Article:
Cyclic AMP-Dependent Regulation of Gene Transcription By CREB and CREM. Multiple Facets of the Modulation of Growth By Cyclic AMP. Regulation of G-Protein-Coupled Receptors By Receptor Kinases and Arrestins. Vasopression and Oxyticin: Molecular Biology and Evolution of the Peptide Hormones and Their Receptors. Structure and Function of Steroid Receptors. Phosphorylation and Steroid Hormone Action. Nucleocytoplasmic Shuttling of Steroid Receptors. Transcriptional Regulation of the Genes Encoding the Cytochrome P450 Steroid Hydroxylases. Stress and the Brain: A Paradoxical Role for Adrenal Steroids. Retinoids and Mouse Embryonic Development. Subject Index.
General Description of Volume: Volume 51 includes reviews papers on cyclic AMP, kinases, polypeptide hormones, steroid hormone receptors, related genes, and members of the gene family.
General Description of Series: Under the capable and qualified editorial leadership of Dr. Gerald Litwack, Vitamins and Hormones continues to publish up-to-date synthetic reviews of interest to endocrinologists and biochemists. Others interested in the structure and function of biologically active molecules like hormones and vitamins will, as always, turn to this series for comprehensive reviews by leading contributors to this and related disciplines. First published in 1943, Vitamins and Hormones is the longest-running serial published by Academic Press. In the early days of the serial, the subjects of vitamins and hormones were quite distinct. Now, new discoveries have proved that several of the vitamins function as hormones and many of the substances inferred by the title of the Serial function in signal transduction processes. Accordingly, the editor-in-chief has expanded the scope of the serial to reflect this newer understanding of function-structure relationships in cellular communication. The newly modified editorial board now reflects expertise in the field of hormone action, vitamin action, X-ray crystal structure, physiology and enzyme mechanisms. Vitamins and Hormones continues to publish up-to-date synthetic reviews of interest to endocrinologists and biochemists. Others will increasingly turn to this series for comprehensive reviews by leading researchers in this and related disciplines.
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- © Academic Press 1995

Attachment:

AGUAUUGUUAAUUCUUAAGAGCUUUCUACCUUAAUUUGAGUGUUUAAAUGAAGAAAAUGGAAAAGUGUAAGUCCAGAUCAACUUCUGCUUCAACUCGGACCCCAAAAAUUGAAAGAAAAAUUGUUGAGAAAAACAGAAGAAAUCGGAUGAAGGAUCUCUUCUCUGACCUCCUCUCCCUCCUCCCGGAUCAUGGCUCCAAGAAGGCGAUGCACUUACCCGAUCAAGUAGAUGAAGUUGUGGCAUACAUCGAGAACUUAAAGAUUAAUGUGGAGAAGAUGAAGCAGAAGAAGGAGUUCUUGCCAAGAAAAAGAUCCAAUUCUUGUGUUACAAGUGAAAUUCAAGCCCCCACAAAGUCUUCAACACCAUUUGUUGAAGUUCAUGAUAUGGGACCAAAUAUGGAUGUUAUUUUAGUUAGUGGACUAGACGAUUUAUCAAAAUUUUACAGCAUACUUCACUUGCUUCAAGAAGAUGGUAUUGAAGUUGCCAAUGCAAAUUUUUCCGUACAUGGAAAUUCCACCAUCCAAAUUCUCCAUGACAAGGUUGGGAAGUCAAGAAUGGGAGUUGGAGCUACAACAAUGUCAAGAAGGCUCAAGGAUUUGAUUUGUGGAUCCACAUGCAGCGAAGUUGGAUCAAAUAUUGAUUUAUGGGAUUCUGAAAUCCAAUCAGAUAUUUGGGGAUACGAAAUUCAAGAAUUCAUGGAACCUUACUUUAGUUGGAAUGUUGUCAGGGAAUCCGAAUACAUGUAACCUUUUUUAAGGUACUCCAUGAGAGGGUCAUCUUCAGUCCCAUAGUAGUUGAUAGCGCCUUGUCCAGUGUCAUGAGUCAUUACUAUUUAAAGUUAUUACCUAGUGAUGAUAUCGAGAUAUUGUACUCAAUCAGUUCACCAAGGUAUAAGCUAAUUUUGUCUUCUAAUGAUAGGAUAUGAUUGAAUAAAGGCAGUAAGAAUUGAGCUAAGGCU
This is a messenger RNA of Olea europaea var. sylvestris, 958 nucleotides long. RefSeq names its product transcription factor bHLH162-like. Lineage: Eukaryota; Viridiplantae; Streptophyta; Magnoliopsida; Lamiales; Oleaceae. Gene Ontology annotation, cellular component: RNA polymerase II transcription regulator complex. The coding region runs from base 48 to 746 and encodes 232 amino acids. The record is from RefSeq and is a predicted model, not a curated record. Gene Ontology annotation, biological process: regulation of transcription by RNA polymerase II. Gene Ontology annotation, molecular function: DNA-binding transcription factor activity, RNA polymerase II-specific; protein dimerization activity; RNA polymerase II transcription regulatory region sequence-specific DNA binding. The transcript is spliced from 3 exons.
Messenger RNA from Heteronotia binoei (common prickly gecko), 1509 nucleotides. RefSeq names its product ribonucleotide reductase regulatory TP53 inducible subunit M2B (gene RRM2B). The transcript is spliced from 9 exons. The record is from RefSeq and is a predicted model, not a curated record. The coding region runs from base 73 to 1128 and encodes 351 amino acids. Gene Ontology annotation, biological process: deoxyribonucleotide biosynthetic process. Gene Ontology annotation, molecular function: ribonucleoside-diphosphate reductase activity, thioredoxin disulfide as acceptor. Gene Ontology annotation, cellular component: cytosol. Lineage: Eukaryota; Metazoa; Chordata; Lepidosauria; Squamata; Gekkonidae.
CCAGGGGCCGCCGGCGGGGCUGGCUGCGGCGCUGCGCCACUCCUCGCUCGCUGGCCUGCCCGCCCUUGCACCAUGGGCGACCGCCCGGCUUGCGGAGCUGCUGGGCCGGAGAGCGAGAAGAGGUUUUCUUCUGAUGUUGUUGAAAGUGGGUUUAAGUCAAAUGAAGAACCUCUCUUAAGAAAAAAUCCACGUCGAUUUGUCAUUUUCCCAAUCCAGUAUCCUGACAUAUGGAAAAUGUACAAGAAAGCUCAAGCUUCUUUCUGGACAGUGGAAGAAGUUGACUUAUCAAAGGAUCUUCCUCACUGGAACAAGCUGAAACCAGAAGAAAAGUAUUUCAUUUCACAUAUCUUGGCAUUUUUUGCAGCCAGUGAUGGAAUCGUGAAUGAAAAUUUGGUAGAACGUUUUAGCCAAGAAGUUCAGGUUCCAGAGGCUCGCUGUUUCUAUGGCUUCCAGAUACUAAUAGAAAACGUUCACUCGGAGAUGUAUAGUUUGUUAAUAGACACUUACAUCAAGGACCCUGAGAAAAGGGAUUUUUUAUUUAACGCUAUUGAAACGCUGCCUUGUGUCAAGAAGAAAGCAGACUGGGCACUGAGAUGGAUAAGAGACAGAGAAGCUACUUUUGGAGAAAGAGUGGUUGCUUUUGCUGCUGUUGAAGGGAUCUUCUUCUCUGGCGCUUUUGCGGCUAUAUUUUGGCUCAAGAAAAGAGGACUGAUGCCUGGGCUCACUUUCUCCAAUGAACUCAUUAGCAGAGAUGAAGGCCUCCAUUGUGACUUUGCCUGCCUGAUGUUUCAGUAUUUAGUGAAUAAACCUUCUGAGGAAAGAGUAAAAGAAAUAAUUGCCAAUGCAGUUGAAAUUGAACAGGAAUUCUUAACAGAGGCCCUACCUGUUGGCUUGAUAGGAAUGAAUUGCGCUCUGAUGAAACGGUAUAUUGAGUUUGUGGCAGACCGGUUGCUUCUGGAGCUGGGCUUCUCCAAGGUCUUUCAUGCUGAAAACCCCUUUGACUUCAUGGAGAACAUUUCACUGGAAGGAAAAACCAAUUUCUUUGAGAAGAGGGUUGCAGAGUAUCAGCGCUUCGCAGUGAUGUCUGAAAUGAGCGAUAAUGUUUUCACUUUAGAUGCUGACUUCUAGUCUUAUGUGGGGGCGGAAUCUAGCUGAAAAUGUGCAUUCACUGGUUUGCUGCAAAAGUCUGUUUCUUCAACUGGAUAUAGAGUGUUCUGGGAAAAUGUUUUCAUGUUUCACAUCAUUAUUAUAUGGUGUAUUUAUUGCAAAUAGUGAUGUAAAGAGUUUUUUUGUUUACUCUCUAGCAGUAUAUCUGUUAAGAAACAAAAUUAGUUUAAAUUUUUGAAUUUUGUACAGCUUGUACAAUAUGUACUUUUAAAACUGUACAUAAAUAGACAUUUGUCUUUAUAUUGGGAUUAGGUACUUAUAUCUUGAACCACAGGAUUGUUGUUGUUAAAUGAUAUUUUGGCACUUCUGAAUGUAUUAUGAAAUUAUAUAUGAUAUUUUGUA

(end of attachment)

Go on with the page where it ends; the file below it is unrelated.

- 16th October 1995
- Academic Press
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Dr. Gerald Litwack obtained M.S. and PhD degrees from the University of Wisconsin Department of Biochemistry and remained there for a brief time as a Lecturer on Enzymes. Then he entered the Biochemical Institute of the Sorbonne as a Fellow of the National Foundation for Infantile Paralysis. He next moved to Rutgers University as an Assistant Professor of Biochemistry and later as Associate Professor of biochemistry at the University of Pennsylvania Graduate School of Medicine. After four years he moved to the Temple University School of Medicine as Professor of Biochemistry and Deputy Director of the Fels Institute for Cancer Research and Molecular Biology, soon after, becoming the Laura H. Carnell Professor. Subsequently he was appointed chair of Biochemistry and Molecular Pharmacology at the Jefferson Medical College as well as Vice Dean for Research and Deputy Director of the Jefferson Cancer Institute and Director of the Institute for Apoptosis. Following the move of his family, he became a Visiting Scholar at the Department of Biological Chemistry of the Geffen School of Medicine at UCLA and then became the Founding Chair of the Department of Basic Sciences at the Geisinger Commonwealth School of Medicine, becoming Professor of Molecular and Cellular Medicine and Associate Director of the Institute for Regenerative Medicine at the Texas A&M Health Science Center as his final position. During his career he was a visiting scientist at the University of California, San Francisco and Berkeley, Courtauld Institute of Biochemistry, London and the Wistar Institute. He was appointed Emeritus Professor and/or Chair at Rutgers University, Thomas Jefferson University and the Geisinger Commonwealth School of Medicine. He has published more than 300 scientific papers, authored three textbooks and edited more than sixty-five books. Currently he lives with his family and continues his authorship and editorial work in Los Angeles.
Toluca Lake, North Hollywood, California, USA